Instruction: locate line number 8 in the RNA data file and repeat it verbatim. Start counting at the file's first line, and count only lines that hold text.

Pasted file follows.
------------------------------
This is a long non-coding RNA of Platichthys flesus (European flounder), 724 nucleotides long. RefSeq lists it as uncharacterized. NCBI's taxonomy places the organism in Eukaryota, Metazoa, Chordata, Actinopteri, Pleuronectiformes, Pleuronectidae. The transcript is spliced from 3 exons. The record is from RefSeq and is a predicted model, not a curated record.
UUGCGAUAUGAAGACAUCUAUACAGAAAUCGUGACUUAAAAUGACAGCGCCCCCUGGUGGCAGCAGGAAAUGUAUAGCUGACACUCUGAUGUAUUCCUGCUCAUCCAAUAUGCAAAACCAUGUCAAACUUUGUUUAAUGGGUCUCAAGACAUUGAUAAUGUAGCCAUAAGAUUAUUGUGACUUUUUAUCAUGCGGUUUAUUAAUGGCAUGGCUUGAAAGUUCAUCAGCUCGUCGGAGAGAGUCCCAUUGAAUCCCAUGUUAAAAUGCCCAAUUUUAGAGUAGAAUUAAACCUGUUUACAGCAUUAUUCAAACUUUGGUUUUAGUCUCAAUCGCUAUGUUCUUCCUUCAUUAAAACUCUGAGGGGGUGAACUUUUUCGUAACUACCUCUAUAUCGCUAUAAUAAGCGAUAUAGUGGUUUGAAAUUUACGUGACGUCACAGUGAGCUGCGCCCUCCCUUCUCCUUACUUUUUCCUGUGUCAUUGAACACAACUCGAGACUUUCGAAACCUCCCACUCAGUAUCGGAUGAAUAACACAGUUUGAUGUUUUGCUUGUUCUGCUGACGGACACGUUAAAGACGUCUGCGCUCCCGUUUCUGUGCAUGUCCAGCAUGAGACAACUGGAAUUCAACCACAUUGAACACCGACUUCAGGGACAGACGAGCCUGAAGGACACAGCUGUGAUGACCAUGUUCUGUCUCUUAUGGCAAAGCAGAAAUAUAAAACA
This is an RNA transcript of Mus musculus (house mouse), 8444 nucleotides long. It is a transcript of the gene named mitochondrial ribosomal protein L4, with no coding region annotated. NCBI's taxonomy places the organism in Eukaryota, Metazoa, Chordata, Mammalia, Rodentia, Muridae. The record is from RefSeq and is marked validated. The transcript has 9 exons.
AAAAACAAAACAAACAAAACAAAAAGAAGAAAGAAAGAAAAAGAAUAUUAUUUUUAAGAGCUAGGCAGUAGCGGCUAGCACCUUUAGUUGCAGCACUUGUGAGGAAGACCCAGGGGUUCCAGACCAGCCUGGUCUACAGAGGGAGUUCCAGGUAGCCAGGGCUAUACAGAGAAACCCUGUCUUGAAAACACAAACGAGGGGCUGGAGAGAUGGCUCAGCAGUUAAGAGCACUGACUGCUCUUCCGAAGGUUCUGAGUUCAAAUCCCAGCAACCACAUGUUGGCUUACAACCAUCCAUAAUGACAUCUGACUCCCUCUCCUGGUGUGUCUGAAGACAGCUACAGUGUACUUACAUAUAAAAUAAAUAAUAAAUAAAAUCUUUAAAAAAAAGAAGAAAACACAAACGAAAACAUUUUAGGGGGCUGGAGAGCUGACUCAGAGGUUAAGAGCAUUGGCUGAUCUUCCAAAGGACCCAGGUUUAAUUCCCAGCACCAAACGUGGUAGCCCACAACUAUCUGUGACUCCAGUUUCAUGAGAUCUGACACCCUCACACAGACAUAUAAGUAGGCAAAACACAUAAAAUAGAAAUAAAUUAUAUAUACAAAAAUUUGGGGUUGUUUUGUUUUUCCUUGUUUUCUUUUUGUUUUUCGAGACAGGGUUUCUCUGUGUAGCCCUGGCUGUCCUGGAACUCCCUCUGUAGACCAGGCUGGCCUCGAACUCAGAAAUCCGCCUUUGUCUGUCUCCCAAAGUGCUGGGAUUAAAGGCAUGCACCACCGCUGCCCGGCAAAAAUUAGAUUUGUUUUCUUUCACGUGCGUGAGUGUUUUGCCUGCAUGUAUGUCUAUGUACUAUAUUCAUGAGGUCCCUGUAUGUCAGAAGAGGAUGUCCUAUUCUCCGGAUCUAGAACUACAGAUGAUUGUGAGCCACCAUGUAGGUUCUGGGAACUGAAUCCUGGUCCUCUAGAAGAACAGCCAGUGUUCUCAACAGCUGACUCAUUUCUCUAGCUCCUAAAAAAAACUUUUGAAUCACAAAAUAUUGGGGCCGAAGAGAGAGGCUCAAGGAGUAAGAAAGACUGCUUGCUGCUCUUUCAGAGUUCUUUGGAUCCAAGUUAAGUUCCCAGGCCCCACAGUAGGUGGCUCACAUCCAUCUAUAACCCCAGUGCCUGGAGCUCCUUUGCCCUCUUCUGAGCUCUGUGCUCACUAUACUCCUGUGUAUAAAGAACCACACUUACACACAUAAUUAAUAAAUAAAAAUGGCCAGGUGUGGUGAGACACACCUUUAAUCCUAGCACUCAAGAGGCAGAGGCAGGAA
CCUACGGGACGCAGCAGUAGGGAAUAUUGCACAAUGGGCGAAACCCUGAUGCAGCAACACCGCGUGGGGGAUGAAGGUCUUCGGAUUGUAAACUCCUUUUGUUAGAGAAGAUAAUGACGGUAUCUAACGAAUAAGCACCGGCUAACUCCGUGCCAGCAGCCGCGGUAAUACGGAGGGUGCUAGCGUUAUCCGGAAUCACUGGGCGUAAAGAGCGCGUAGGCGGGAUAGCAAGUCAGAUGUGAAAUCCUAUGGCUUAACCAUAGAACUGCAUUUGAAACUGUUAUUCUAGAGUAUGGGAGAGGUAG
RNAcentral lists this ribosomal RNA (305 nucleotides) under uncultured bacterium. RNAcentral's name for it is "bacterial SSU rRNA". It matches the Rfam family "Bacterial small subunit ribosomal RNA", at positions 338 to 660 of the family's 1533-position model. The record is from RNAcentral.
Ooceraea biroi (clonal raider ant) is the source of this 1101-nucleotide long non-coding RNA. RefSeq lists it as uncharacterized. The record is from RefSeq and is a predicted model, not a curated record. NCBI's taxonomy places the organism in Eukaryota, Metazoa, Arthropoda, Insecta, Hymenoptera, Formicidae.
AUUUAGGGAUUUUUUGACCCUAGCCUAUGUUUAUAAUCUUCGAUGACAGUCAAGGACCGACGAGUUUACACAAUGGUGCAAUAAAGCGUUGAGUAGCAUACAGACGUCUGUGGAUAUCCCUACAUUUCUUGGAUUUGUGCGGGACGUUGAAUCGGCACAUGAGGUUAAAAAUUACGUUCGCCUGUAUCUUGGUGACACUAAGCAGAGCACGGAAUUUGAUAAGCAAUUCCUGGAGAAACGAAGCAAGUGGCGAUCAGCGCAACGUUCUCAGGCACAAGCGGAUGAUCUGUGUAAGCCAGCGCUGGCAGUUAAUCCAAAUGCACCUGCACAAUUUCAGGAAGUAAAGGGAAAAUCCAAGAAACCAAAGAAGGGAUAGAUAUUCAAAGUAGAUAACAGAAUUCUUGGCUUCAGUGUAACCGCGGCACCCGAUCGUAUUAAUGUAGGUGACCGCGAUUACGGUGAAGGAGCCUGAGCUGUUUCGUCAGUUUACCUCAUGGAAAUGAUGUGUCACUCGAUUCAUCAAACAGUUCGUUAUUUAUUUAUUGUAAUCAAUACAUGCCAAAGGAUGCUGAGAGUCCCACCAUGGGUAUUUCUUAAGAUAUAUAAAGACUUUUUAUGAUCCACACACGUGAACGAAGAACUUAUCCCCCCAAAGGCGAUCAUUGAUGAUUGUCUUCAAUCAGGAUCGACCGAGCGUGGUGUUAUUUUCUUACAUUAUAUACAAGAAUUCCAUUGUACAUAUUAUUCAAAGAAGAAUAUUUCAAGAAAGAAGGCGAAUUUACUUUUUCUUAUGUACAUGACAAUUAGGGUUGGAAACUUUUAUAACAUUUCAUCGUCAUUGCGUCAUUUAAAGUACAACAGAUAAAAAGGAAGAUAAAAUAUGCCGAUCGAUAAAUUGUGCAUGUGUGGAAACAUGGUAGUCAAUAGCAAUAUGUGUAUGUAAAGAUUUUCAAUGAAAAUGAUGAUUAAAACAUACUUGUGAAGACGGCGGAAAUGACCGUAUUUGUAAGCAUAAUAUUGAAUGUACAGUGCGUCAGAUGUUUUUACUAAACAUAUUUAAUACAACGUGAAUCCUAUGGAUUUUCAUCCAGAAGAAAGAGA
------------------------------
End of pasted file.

AUUUAGGGAUUUUUUGACCCUAGCCUAUGUUUAUAAUCUUCGAUGACAGUCAAGGACCGACGAGUUUACACAAUGGUGCAAUAAAGCGUUGAGUAGCAUACAGACGUCUGUGGAUAUCCCUACAUUUCUUGGAUUUGUGCGGGACGUUGAAUCGGCACAUGAGGUUAAAAAUUACGUUCGCCUGUAUCUUGGUGACACUAAGCAGAGCACGGAAUUUGAUAAGCAAUUCCUGGAGAAACGAAGCAAGUGGCGAUCAGCGCAACGUUCUCAGGCACAAGCGGAUGAUCUGUGUAAGCCAGCGCUGGCAGUUAAUCCAAAUGCACCUGCACAAUUUCAGGAAGUAAAGGGAAAAUCCAAGAAACCAAAGAAGGGAUAGAUAUUCAAAGUAGAUAACAGAAUUCUUGGCUUCAGUGUAACCGCGGCACCCGAUCGUAUUAAUGUAGGUGACCGCGAUUACGGUGAAGGAGCCUGAGCUGUUUCGUCAGUUUACCUCAUGGAAAUGAUGUGUCACUCGAUUCAUCAAACAGUUCGUUAUUUAUUUAUUGUAAUCAAUACAUGCCAAAGGAUGCUGAGAGUCCCACCAUGGGUAUUUCUUAAGAUAUAUAAAGACUUUUUAUGAUCCACACACGUGAACGAAGAACUUAUCCCCCCAAAGGCGAUCAUUGAUGAUUGUCUUCAAUCAGGAUCGACCGAGCGUGGUGUUAUUUUCUUACAUUAUAUACAAGAAUUCCAUUGUACAUAUUAUUCAAAGAAGAAUAUUUCAAGAAAGAAGGCGAAUUUACUUUUUCUUAUGUACAUGACAAUUAGGGUUGGAAACUUUUAUAACAUUUCAUCGUCAUUGCGUCAUUUAAAGUACAACAGAUAAAAAGGAAGAUAAAAUAUGCCGAUCGAUAAAUUGUGCAUGUGUGGAAACAUGGUAGUCAAUAGCAAUAUGUGUAUGUAAAGAUUUUCAAUGAAAAUGAUGAUUAAAACAUACUUGUGAAGACGGCGGAAAUGACCGUAUUUGUAAGCAUAAUAUUGAAUGUACAGUGCGUCAGAUGUUUUUACUAAACAUAUUUAAUACAACGUGAAUCCUAUGGAUUUUCAUCCAGAAGAAAGAGA